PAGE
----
Speed increase at full throttle is about 13-14 km/h, quite decent result for entry level EN B. Slight drop in quality on the first step of the gas pedal in this class of machinery is gradually beginning to become normal, but still continues to please. What pleased me less was the wing's slight instability at top speed. At full throttle Golden4 tends to flap its ears a little and wobble in pitch. It is not a problem, but it is not comfortable, either.

The rate of descent in pitch-balance mode is normal for the EN B. The Golden4 in thermalspiral seems to need a lot of hand work to maintain reasonable sink rate, but if you get used to the glider's turning characteristics, you won't be disappointed. As we've seen, even a well-loaded Golden4 soars quite convincingly, even in weak and narrow streams, allowing you to spin compactly, but with a slight sink rate.

Maneuverability. For middle EN B the choice of maneuverability characteristics is always a challenge, and it was very interesting to see how a rather conservative Gradient would solve it. The solution turned out to be original and, in my opinion, quite successful. Responsiveness to brakes is noticeable in Golden4 when you move your arms far enough - about 30 centimeters. But there is no backlash! Golden4 reacts very well even at the first few centimeters, but reaction is so weak and slow that you do not have to take it into account. But if you put your hands down, everything becomes interesting. At the same time as there is a considerable load on your hands, there is also a considerable sensitivity to the brakes. At approximately 30 cm the machine reacts to the brakes quickly and even somewhat nervously (of course, in comparison with the classmates!). This is an interesting compromise - on the one hand, you can't blame Golden4 for the lack of brake input, the brake input is even better than average for an after school wing. On the other hand, in order to get the right agility, the right turn behavior, you should pilot accurately, persistently, with enough physical effort. A shy beginner will not be able to fly it in such dangerous situations, and a more experienced pilot will have to use only his hands for maneuvers.

In the thermal spiral I had to find a comfortable steering sling position for a long time. A half-turn reel made the load on my hands and the sharpness of my reactions uncomfortable, and holding the brake handles in the traditional grip meant that I had to lower my hands annoyingly low to pilot effectively. After a few minutes of struggling with the stubbornly difficult thermals, a compromise was found: one turn of the steering line around the index finger. Soft gloves made it possible to keep a comfortable hand position despite the impressive load on the index fingers. A slightly worse option - holding the brakes with two fingers over the grips - would have been more appropriate in a stronger and wider stream.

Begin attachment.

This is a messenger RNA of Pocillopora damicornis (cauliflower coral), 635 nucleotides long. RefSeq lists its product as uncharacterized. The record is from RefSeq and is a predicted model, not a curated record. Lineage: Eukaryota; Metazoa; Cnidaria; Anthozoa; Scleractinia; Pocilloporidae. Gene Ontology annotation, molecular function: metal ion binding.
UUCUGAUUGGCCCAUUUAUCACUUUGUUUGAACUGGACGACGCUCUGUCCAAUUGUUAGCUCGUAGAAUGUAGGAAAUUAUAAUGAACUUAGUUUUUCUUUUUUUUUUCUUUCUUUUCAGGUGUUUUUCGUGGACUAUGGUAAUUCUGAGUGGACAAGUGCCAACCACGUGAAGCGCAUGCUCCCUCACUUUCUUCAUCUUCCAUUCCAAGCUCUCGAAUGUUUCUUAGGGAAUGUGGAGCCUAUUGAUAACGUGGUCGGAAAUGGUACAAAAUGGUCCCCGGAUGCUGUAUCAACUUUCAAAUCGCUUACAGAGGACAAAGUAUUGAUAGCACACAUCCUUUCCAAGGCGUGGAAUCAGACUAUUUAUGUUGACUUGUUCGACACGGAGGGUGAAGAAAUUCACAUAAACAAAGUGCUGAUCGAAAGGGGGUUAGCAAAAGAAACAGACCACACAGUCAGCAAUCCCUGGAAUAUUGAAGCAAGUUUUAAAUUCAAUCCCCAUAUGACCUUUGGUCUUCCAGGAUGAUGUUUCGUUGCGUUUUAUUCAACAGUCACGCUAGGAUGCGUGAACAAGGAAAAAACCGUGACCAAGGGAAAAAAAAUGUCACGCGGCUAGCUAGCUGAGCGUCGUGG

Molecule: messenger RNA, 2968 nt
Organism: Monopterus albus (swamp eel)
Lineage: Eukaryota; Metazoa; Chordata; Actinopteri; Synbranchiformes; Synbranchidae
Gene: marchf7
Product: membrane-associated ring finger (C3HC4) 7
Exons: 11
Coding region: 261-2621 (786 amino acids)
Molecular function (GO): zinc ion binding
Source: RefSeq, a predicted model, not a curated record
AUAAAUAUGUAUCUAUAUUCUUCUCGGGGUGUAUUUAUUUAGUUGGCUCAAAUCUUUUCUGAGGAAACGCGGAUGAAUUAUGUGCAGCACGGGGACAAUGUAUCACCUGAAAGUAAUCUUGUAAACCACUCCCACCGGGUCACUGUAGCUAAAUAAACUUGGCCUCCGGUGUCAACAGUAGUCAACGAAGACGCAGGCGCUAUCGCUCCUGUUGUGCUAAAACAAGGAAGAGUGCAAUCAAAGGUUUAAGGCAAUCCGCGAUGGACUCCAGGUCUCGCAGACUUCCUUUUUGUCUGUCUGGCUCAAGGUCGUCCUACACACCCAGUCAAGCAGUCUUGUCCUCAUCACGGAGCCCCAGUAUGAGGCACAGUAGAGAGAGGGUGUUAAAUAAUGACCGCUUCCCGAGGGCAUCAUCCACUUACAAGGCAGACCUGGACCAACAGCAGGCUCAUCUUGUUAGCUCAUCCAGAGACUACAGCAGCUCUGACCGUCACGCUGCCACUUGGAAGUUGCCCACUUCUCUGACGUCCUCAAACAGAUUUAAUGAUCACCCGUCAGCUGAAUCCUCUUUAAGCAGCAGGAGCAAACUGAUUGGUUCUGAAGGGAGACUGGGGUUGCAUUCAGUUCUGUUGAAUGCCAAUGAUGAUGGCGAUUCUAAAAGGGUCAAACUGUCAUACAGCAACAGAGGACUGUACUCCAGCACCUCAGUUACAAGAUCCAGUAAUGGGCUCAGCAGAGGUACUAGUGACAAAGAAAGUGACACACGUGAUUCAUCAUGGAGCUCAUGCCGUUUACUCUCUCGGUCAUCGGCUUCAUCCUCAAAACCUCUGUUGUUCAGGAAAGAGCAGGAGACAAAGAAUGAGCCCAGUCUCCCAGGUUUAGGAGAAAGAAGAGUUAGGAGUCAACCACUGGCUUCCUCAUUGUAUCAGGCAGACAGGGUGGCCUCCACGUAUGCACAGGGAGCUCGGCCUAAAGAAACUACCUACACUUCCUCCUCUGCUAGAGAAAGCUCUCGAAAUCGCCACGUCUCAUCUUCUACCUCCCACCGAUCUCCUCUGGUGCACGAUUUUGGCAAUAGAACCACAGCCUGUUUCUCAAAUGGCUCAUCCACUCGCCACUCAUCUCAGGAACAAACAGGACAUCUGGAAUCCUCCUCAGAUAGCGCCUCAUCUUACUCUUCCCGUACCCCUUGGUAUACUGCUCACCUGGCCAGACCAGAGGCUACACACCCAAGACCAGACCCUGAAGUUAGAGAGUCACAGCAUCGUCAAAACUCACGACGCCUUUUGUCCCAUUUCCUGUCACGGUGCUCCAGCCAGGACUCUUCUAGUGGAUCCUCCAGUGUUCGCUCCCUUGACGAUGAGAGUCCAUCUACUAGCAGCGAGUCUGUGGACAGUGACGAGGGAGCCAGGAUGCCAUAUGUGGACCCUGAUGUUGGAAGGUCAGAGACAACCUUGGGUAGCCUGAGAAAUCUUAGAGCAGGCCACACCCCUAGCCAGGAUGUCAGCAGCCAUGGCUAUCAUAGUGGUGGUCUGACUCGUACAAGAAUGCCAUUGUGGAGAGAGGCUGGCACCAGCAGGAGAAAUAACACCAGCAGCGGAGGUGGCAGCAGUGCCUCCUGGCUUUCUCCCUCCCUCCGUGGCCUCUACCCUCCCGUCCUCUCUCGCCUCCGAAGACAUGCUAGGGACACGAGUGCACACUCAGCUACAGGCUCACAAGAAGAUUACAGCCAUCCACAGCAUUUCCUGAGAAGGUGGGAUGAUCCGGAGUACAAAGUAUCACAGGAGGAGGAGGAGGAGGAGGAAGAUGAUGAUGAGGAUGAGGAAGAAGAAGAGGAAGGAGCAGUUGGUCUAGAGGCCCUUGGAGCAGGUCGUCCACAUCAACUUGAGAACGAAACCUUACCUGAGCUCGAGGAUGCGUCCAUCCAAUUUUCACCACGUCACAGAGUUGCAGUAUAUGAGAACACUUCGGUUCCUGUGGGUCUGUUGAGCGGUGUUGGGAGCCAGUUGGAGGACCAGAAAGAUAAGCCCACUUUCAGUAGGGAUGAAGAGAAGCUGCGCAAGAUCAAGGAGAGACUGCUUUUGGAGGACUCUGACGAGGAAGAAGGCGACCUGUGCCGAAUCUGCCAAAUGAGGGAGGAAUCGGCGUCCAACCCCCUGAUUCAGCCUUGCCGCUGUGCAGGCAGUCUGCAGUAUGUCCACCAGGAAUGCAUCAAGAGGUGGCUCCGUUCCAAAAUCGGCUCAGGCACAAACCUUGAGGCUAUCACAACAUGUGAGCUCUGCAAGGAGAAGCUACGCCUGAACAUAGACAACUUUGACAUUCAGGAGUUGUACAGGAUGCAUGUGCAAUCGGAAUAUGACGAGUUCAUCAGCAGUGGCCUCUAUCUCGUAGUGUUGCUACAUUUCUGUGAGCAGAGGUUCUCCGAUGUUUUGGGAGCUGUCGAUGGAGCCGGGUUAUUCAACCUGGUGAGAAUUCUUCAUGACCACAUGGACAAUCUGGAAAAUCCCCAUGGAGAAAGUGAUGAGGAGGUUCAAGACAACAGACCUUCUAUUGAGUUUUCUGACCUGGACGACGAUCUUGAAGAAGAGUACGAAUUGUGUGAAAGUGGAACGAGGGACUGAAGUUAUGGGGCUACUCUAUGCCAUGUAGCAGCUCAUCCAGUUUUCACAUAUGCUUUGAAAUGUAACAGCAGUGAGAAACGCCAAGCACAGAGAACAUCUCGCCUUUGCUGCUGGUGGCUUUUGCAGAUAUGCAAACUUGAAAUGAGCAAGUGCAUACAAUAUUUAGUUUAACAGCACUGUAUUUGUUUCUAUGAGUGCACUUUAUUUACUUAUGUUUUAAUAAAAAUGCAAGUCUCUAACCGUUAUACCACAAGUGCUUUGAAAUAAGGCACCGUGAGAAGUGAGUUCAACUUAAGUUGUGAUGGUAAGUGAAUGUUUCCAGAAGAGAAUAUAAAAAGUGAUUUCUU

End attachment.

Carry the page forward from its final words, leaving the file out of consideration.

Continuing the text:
I liked very much Golden's ability to turn almost instantly in response to a short movement of the hand - not even all "performers" are able to do that. I can't say the Golden4 follows the hand willingly, it's not a very precise glider, you have to make quite a few small steering movements in the thermals. But I wouldn't classify it as a disadvantage, it's more of a feature. It also looks like Golden has a few different turns, like the first Mentor. When both hands are strong the Golden4 is able to glide flat above the pilot's head while maintaining a low sink rate, which makes it suitable for handling weak, difficult flows. A more traditional piloting style with moderate braking of inside arm and almost fully unbraked outer bracket makes it a quicker, more aggressive turn - just right for stronger flows. The machine goes quickly, willingly and even somewhat passionately into a sharp spiral. The main thing is not to overdo it!